Iz and Pal (Bedouin Buddies)


Iz and Pal

Jonathots Daily Blog

(4036)

Sitting Eighteen

Iz was still bewitched and bedazzled by his night vision. Charged with energy, he surged past Pal’s proclamation, yearning to speak of his own experience. “I must tell you about my dream,” he said. “Pal, I must tell you before I forget it.”

Pal was instantly sullen. Although he loved his young friend dearly and the relationship was very new, he already realized that he was losing the lion’s share of arguments—being pushed to the side by the manic energy of Iz. But this time Pal was so enraptured in his vision that he chanced speaking up to his overbearing friend. “I want you to listen to mine first,” he insisted. “Then I promise to listen to yours. But I think if we start with yours, there won’t be time to tell you what I saw.”

Pal didn’t hesitate further. Before Iz could object, he launched dramatically:

My brother stole my hat and began to run through the streets. I chased him, all the while knowing he would be too fast for me—that I would never be able to catch him. Meanwhile, the streets grew more narrow. I heard laughter coming from the walls of each home, as if unseen people, were making fun of me—of my weakness because I could not keep up with my brother. I was too slow. The streets kept narrowing until finally, the path closed in on me. All at once I ran into a wall, and fell on my back, splashing into a pool of water.

Well, I thought it was water, but it was green and sticky, and it really stunk. It got on my skin and turned it red and made it bumpy. Alarmed, I tried to scream but nothing came out of my mouth. My pleas were blocked. I tried to rise to my feet, but the green tide pulled me back down, deeper and deeper, into a puddle. I was terrified. I fell, until just my head, and then my lips, and finally, my nose was all that was exposed to the outside air. And then, like with one gigantic push, I was thrust underneath the scum. I looked around, trying to see what I could perceive, as the current gradually became a golden yellow.

The next thing I knew, I was in what seemed to be a small box, being rolled up and down the hills. I had an upset stomach and became sick. I begged for release but the box wouldn’t stop rolling. I heard cheering, clapping and yelling.

Then, deep within me, I stopped being afraid. It was so weird. I was still sick, but I wasn’t terrified.

Now listen. Finally the scene changed, and I was sitting in front of a thousand tents, filled with the smells of great food, with people standing outside calling to me, saying, “Here, Pal! Try this! Here, Pal! Eat this!”

I looked at the array of treats before my eyes. I didn’t know where to start. But I had no fear. Iz, I really wasn’t afraid.

Pal stopped his story, nearly breathless.

Two boys sat by the light of a single candle. They were still. They were thinking. Occasionally they would glance at one another.

Sweet fellowship. Neither one understood his dream. Neither one could interpret the other’s.

But they weren’t afraid.

No. Iz and Pal were unafraid.

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3 Things … April 11th, 2019

Jonathots Daily Blog

(4012)


You Should Never Take For Granted

1.  The honesty of your fellow humans

 

2.  The grace of God and the mercy of friends

 

3.  Tomorrow 


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Sit Down Comedy …March 8th, 2019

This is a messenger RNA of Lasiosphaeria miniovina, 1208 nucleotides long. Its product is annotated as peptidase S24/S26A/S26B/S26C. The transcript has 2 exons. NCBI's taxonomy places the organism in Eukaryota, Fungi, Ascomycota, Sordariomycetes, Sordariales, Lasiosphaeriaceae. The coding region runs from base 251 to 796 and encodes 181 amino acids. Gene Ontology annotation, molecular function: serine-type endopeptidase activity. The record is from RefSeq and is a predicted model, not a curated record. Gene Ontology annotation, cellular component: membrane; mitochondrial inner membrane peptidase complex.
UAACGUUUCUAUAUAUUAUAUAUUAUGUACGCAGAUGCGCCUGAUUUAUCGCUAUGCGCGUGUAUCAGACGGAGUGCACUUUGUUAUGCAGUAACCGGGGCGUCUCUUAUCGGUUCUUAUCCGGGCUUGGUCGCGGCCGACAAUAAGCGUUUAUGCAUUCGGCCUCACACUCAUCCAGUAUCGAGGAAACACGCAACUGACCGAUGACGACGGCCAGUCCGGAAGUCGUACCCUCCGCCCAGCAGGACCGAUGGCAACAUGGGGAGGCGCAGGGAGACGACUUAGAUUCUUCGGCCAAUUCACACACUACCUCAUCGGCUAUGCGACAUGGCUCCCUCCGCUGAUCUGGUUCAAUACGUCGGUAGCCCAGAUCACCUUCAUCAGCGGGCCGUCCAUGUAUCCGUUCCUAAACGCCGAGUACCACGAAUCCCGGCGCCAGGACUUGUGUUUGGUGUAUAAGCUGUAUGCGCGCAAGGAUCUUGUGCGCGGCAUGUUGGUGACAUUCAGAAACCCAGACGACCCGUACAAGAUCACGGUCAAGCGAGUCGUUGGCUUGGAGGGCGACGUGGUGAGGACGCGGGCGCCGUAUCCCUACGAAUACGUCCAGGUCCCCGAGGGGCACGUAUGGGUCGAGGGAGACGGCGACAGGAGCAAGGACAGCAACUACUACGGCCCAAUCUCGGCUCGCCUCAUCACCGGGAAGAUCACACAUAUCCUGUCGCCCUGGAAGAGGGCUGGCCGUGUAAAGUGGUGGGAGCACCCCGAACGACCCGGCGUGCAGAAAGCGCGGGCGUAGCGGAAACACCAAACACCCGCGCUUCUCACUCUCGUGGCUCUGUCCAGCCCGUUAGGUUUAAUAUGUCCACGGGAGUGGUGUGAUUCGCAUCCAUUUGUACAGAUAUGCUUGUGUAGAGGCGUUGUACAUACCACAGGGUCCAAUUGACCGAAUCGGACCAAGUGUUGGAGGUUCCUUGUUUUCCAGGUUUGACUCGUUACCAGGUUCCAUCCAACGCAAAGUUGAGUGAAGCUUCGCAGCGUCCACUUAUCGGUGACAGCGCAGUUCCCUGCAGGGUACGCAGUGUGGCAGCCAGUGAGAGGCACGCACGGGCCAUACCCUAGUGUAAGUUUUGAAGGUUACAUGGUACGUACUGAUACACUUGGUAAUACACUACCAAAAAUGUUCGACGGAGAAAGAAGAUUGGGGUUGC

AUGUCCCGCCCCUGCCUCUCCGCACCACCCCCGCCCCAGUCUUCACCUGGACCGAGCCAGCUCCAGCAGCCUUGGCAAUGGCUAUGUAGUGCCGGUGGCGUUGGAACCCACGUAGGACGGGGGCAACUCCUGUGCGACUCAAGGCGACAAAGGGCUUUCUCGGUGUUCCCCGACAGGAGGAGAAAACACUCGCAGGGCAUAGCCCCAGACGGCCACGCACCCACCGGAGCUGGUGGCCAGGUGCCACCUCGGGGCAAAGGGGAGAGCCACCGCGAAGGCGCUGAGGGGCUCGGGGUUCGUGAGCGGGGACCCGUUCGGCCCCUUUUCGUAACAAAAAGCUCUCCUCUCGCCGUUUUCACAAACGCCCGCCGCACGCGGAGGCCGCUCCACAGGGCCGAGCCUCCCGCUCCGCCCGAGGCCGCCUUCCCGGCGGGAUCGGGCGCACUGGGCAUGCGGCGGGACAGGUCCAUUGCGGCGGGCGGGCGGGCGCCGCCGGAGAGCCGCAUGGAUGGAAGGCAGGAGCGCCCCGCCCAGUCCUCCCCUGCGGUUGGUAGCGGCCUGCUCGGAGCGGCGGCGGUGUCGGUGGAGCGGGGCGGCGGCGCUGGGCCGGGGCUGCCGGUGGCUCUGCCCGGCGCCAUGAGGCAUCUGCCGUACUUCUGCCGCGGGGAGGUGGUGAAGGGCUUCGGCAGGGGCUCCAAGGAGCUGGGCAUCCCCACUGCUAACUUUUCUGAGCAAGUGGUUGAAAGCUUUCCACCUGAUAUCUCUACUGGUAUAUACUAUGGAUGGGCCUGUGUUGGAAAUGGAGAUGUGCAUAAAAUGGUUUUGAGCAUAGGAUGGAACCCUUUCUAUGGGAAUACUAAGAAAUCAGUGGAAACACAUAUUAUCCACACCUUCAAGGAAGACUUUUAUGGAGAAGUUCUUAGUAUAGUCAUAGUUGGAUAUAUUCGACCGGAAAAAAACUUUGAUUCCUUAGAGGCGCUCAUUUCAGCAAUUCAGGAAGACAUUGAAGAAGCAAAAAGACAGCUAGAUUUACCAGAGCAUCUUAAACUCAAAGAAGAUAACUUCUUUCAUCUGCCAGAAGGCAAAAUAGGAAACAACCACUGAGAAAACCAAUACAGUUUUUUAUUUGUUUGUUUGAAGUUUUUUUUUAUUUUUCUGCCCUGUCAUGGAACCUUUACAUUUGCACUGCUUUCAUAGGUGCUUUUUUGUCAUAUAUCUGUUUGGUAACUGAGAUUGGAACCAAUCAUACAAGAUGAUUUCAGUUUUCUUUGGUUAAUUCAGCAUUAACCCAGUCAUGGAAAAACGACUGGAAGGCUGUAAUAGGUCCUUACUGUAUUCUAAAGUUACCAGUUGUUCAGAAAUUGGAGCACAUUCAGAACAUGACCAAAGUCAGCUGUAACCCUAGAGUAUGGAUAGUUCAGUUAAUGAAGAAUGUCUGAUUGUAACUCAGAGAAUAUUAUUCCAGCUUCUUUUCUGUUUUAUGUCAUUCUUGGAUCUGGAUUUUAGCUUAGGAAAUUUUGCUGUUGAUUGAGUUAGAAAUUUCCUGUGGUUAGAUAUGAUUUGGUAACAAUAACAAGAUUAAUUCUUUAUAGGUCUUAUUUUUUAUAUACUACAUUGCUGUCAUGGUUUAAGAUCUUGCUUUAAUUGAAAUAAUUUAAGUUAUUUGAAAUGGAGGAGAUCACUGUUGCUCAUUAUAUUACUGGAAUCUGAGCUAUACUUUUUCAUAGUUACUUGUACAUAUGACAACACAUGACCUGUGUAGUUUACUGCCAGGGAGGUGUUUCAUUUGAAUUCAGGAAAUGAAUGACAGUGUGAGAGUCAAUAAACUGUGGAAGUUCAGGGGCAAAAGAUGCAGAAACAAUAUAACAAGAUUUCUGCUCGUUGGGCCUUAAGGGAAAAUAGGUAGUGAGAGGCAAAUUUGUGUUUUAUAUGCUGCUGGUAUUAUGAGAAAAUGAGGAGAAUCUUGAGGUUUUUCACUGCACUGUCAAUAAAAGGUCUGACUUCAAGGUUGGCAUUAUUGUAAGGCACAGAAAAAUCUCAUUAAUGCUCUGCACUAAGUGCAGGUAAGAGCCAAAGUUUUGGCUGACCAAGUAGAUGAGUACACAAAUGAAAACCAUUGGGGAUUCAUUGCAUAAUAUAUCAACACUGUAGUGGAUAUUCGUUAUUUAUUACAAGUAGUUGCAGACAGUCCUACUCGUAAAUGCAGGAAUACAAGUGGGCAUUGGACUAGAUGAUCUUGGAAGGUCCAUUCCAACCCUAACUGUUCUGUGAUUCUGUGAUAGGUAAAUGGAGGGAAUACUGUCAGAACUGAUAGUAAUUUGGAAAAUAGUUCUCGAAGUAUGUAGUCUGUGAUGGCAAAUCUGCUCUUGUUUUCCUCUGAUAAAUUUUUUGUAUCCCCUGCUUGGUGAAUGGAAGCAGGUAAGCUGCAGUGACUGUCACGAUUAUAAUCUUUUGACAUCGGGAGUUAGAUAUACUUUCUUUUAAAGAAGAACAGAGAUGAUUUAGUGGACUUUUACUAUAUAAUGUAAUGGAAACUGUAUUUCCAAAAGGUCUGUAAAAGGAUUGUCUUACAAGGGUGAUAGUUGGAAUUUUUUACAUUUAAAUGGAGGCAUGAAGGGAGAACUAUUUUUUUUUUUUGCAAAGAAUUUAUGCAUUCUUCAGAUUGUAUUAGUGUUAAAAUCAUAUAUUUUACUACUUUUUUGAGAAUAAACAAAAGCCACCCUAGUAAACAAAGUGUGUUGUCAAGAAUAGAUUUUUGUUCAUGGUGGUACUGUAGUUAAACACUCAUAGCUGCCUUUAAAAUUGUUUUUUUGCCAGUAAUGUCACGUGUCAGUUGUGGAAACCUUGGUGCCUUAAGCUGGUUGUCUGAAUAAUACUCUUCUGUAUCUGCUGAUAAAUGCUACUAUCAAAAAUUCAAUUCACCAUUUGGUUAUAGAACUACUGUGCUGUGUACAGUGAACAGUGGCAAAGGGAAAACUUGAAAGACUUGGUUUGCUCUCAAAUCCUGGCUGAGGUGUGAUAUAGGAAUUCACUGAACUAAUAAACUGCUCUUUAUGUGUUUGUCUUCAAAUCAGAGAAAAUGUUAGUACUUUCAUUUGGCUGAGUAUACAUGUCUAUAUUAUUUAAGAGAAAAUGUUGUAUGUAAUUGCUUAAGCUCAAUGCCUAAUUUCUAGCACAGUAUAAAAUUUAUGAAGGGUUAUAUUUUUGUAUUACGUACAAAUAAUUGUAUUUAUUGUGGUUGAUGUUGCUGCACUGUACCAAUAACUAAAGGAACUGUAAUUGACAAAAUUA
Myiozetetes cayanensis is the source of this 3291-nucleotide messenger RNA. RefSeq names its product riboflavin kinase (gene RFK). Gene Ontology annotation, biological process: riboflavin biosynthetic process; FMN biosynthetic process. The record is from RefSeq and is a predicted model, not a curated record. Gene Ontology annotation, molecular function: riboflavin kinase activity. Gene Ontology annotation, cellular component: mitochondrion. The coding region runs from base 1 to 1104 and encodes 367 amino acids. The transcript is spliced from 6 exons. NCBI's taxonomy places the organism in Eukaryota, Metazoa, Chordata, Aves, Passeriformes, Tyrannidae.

Jonathots Daily Blog

(3978)


I recently moved, abandoning my old fortress of solitude for new digs, which I now comfortably call home.

In my whole life I have done this process twelve times. I was a little surprised to discover that this is statistically average.

Whenever I move, the first thing I do is go out and buy a box of garbage bags. Why? Because I’m going to give away a whole lot of stuff. These are the materials that crept into my life, were used temporarily, and ended up being stored in my closet or corners, where I intentionally forgot them.

It’s a very easy evaluation process. As I begin to pack things, I look at each item and ask myself the following three questions:

  1. Have I used this in the past three months?
  2. Will I use it a lot in the next three months?
  3. Is there someone who would really like to use it right now?

It makes things so easy. I not only end up moving but am able to bless a whole bunch of people who get the rejects I’ve been keeping around out of sentimentality mingled with laziness.

But you see, likewise, every once in a while, when something in my life needs to be moved, shifted or rearranged, I will dare to enter my closet of emotions and see what might be in there that is unnecessary.

There are three main culprits:

A. Worry

It gets shuffled to the rear and pretends it’s not there until you glance at it and then, the apprehension surfaces.

B. Pride

It always likes to be hung up high where it can be seen but does nothing to enhance my being except puff up my ego and is quickly deflated by reality.

C. And finally, self-pity

This one really likes to hide, like a cockroach surprised by turning on the light in the middle of the night. It likes to pretend it doesn’t exist, but self-pity literally “bugs me.”

When I look at these emotions—worry, pride and self-pity—I know deep in my heart that they’re worthless, but I keep them around for those times when others are not concerned, praising me—or they might even be ignoring me.

They suck. Yes, these fretting emotions literally suck the life out of me.

Because when I pose the three questions to them, which need to be asked of any emotion, they always fail. The three questions are: